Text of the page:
A richly imagined novel inspired by the true story of Anne Sharp, a governess who became very close with Jane Austen and her family by the #1 International bestselling-author of Miss Austen.
On January 21, 1804, Anne Sharpe arrives at Godmersham Park in Kent to take up the position of governess. At thirty-one years old, she has no previous experience of either teaching or fine country houses. Her mother has died, and she has nowhere else to go. Anne is left with no choice. For her new charge—twelve-year-old Fanny Austen—Anne's arrival is all novelty and excitement.
The governess role is a uniquely awkward one. Anne is neither one of the servants, nor one of the family, and to balance a position between the "upstairs" and "downstairs" members of the household is a diplomatic chess game. One wrong move may result in instant dismissal. Anne knows that she must never let down her guard.
When Mr. Edward Austen's family comes to stay, Anne forms an immediate attachment to Jane. They write plays together, and enjoy long discussions. However, in the process, Anne reveals herself as not merely pretty, charming, and competent; she is clever too. Even her sleepy, complacent, mistress can hardly fail to notice.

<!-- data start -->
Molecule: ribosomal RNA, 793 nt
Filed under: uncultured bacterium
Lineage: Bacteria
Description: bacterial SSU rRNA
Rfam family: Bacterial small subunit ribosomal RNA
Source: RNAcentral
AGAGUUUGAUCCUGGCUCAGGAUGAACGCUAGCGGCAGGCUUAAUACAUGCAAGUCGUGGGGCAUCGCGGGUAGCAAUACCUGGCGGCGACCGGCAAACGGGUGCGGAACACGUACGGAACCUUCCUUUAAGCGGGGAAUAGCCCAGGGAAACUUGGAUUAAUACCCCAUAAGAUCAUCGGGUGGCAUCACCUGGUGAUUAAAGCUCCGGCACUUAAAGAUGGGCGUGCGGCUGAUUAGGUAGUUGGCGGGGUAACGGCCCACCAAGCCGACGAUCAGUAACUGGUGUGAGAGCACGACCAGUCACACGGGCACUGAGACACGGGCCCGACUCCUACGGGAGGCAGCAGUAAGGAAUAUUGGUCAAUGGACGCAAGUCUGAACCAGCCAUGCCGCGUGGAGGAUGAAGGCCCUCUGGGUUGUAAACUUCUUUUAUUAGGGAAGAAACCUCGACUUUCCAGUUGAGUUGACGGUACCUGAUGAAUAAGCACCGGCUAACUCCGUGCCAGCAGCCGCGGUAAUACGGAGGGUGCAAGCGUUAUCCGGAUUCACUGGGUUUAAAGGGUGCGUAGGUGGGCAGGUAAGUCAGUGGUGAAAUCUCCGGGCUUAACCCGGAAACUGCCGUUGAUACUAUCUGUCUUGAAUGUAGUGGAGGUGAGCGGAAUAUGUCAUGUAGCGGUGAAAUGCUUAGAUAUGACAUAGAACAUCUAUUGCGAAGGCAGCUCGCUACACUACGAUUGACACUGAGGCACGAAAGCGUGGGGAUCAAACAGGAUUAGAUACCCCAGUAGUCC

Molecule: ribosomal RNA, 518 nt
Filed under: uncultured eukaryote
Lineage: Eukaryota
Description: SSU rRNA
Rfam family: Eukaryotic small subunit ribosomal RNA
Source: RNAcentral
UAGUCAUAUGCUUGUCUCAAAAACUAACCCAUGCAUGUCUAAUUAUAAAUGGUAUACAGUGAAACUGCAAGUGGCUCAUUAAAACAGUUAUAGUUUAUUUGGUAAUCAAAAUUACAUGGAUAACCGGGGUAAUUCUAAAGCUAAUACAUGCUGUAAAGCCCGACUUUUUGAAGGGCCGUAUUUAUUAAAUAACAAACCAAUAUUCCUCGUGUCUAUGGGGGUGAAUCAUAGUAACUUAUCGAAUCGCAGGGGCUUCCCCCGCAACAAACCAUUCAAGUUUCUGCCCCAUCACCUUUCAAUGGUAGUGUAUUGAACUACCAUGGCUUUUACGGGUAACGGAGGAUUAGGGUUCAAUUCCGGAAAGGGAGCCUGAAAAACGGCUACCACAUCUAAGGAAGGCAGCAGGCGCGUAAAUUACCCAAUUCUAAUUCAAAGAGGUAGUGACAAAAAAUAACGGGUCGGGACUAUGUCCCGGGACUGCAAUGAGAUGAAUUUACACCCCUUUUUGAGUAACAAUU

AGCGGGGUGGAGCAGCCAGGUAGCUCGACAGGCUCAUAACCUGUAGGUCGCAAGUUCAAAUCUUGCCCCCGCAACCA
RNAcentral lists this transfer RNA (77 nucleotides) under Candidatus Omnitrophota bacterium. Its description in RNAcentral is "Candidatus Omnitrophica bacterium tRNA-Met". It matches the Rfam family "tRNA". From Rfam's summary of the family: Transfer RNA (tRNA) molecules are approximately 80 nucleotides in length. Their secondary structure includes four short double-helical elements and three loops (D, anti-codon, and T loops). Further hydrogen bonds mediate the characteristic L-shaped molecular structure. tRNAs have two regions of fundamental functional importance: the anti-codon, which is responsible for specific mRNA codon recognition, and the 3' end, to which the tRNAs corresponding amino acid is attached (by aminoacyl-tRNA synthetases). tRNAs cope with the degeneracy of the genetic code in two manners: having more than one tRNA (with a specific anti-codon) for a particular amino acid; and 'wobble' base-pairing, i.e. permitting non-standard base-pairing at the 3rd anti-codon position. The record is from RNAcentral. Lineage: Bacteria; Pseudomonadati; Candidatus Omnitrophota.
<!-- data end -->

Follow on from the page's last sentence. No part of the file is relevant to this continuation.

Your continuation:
Meanwhile Jane's brother, Henry, begins to take an unusually strong interest in the lovely young governess. And from now on, Anne's days at Godmersham Park are numbered.
The excellent latest from Hornby (Miss Austen) traces several years in the life of Anne Sharp, a friend of Jane Austen's. In 1803, Sharp's mother dies and her once affectionate father, Johnny, inexplicably drops off from contact. Anne, suddenly without a home at 31, seeks work as a governess, one of few professions open to women of her class. She finds a position at Godmersham Park, Kent, arriving there in 1804 to teach Fanny Austen, the 12-year-old daughter of Jane's older brother Edward. Anne struggles with the job's constrictions and the loneliness that comes from being considered neither gentry nor servant, which feels to her like living in "a small village set away from society, into which gossip from the capital arrived long after the event." Fanny proves a bright pupil, but she's confused by Henry, Edward's younger brother, who makes his admiration for her plain despite being a married man. With Jane, an observant and intelligent single woman, Anne develops an enduring bond. Then Edward's wife grows resentful of Henry's affection for Anne, even as new information about the mysterious Johnny upends Anne's beliefs about her past. Hornby's skillful mix of fact and fiction captures the complexities of the Austens and their era, and her crisp, nimble prose sparkles throughout. Best of all, Hornby genuinely channels the sentiment of 19th-century English literature ("Oh, the pleasure of having someone with whom to share her best thoughts," Anne narrates about Jane). Janeites aren't the only readers who will relish this smart, tender tale.